With its 138,000 troops, the Ethiopian army is one of the largest in the entire continent. National security is at risk in several areas of the country where anti-government forces are active. Particularly critical are the Somali region, where the Ogaden National Liberation Front (Onlf) armed movement operates, and Oromo, the territory of action of the Oromo Liberation Front (Olf). Ethiopian troops were sent to support the transitional federal government in Somalia, sparking violent reaction from Islamist groups operating in the region. A contingent of about 6400 Ethiopian soldiers is engaged in a peacekeeping mission in the regions of Abyei, a disputed and therefore demilitarized territory between Sudan and South Sudan, and in Darfur. For Ethiopia defense and foreign policy, please check prozipcodes.com.
The Federal Constitution of 1995 included in the new state the different nationalities on an ethnic basis, also redefining the contents of the same citizenship in the light of the principle of self-determination. The birth of the Democratic Federal Republic of Ethiopia has therefore encouraged the strengthening of ethnic identities at the level of the various provinces, drawn according to borders that partly reflect those of Italian East Africa (Aoi). This territorial arrangement pays for an evident simplification and reduction of the social and cultural complexity of the country. The Oromo, today the largest nationality, are only partially grouped in the ethnic region of Oromia, while the same name given to the Region of Southern Nations, Nationalities and Peoples (SNNPR) refers to an evidently greater complexity. The Amhara, who are not really an ethnic group, but constitute the dominant cultural elite in the history of the country, have been forced to identify with a territory and to define themselves in ethnic terms. They have thus lost much of their power within the new federal republic in favor of the peripheral populations, at least according to the ancient borders of the Ethiopian Empire.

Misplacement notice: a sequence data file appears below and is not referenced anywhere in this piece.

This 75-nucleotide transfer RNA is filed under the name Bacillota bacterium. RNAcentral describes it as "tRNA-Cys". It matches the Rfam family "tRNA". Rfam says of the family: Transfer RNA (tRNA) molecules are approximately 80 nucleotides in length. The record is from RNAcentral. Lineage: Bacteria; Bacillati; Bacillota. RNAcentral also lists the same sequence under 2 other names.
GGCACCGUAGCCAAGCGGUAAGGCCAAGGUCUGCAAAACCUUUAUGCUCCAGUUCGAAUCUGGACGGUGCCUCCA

Internal state of East Africa. The estimated population, according to UNDESA (United Nations Department of Economic and Social Affairs), amounts to 96,506,031 residents (2014), a sharp increase compared to the official censuses of 2007 (73,918,505 residents) and 1994 (53,477,265 residents). The exponential growth is motivated by a very high fertility rate, equal to 5.23 children per woman. The average age is very low (17.6 years) given that 90% of the population is between 0 and 54 years and a good 44.2% is no more than 14 years old. The increase in investments in health care (from 3% in 2005 to 5.1% in 2013) has made it possible to reduce infant mortality, so much so that life expectancy has increased from 49 years in 2006 to 63.6 in 2013. A lot the percentage of Ethiopians living in the city is low, about 17%. Addis Ababa is by far the most populated city (3,194,999 residents). Access to water is clearly differentiated, based on the geographical context: in the city, availability is practically universal, while in the countryside 60% of the population has considerable difficulty in using them. Access to basic care, on the other hand, is difficult throughout the territory, with as many as 76.4% of Ethiopians poorly or not at all covered. The HIV virus (Human Immunodeficiency Virus), which affects about 758,600 Ethiopians and places the country among the top 15 in the world for the number of infected. Undernourishment affects 29.2% of children up to the age of five, while illiteracy is widespread, with just 39% of the population able to read and write.
Ethiopian GDP more than doubled between 2006 and 2014, but per capita disposable income however, it remains very low, 543 dollars. Most of the workforce is employed in the primary sector and is mainly engaged in subsistence agriculture. The government effort in the first decade of the 21st century. it was aimed at an industrial development of agriculture, including by leasing vast properties to foreign companies. The result was positive in terms of production, which increased by 50% for the main cereals destined for internal feeding, such as wheat, sorghum, corn and millet, and by about 20% for cattle breeding. Coffee production is stable, which represents the main export item and places Ethiopia among the top ten producers in the world, even if not in the first places. Mineral resources are still under-exploited. The main exports are almost all referred to the primary sector and make up a trade balance with a negative balance, moreover calmed by remittances from emigrants. 26% of economic transactions take place with China, which is Ethiopia’s largest trading partner. The preferential relationship developed with China is one of the strongest signs of Chinese penetration in Africa. The Chinese are providing the technology and financing the construction of a large dam on the Blue Nile, which has created tensions with Egypt over the expected decrease in the river’s flow. Once the works are completed, the dam will allow powering the most powerful hydroelectric power plant on the continent, with a capacity of 6000 megawatts.